With unemployment at a 26-year high of 9.8 percent, employers trumped expectations, cutting a whopping 263,000 jobs in September. Labor Department figures show a loss of 7.2 million jobs since December 2007, bringing the total number of unemployed Americans to an astounding 15.1 million.

Oil prices fell October 2 in response to a flagging job market, confirming suspicions about overall U.S. economic health and future demand for crude oil. NYMEX saw crude dip to a morning-low of $68.32, with November delivery down $1.14 a barrel. The London, ICE Futures exchange, saw Brent crude prices also down $1.41 to $67.78.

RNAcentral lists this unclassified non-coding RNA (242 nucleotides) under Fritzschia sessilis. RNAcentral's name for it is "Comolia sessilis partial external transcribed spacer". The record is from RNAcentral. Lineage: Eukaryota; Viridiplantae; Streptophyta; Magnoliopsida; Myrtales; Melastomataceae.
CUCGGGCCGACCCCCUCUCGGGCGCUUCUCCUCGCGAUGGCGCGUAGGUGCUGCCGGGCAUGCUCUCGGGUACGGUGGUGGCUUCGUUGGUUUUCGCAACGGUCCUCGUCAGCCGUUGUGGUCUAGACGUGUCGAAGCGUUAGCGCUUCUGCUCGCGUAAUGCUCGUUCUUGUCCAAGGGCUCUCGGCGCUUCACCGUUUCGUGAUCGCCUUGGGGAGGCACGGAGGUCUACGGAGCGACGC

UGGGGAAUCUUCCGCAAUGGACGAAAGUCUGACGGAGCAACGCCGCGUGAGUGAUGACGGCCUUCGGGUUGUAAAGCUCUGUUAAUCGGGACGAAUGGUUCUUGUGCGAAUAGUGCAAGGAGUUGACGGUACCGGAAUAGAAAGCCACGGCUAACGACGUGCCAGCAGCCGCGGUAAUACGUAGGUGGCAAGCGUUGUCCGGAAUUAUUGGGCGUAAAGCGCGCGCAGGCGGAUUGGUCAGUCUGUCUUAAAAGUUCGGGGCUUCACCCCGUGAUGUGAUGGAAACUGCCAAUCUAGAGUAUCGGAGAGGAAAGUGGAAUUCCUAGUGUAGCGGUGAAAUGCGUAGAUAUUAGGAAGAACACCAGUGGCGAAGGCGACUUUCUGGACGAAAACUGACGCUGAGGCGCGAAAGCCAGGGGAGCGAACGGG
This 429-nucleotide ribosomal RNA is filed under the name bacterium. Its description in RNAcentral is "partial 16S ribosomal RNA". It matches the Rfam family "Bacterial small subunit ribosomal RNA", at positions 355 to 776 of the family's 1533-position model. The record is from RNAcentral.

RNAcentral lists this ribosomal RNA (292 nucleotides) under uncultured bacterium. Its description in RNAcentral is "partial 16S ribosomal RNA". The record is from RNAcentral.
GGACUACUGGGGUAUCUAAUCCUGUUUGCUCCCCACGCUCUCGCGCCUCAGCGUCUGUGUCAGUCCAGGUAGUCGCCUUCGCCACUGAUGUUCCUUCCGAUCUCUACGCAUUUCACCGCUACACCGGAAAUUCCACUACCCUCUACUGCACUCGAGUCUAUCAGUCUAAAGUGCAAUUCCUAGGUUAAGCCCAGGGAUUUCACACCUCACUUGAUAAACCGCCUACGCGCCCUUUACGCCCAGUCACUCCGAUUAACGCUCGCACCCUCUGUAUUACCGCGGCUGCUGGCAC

Elsewhere on the NYMEX, heating oil fell 3.77 cents to $1.7897, with November delivery of gasoline down 2.87 cents to $1.7292. After an 8% decline in natural gas Thursday, in response to the news that U.S. stockpiles reached a record high, natural gas showed gains of 17.43 cents at $4.640 per 1,000 cubic feet.

A 6-month rally in crude has seen the price double since February, mostly due to anticipation of an economic rebound from the worst recession since WWII. Job and manufacturing statistics show a weaker-than-expected economy, and with government stimulus programs like Cash for Clunkers and the $8,000 new home buyer credit expiring, investors are on the edge of their seats.

Phil Flynn, an analyst for PFGBest, projected a $60 floor for oil prices this year, suggesting that prevailing conditions would be an acid-test for economic solidity.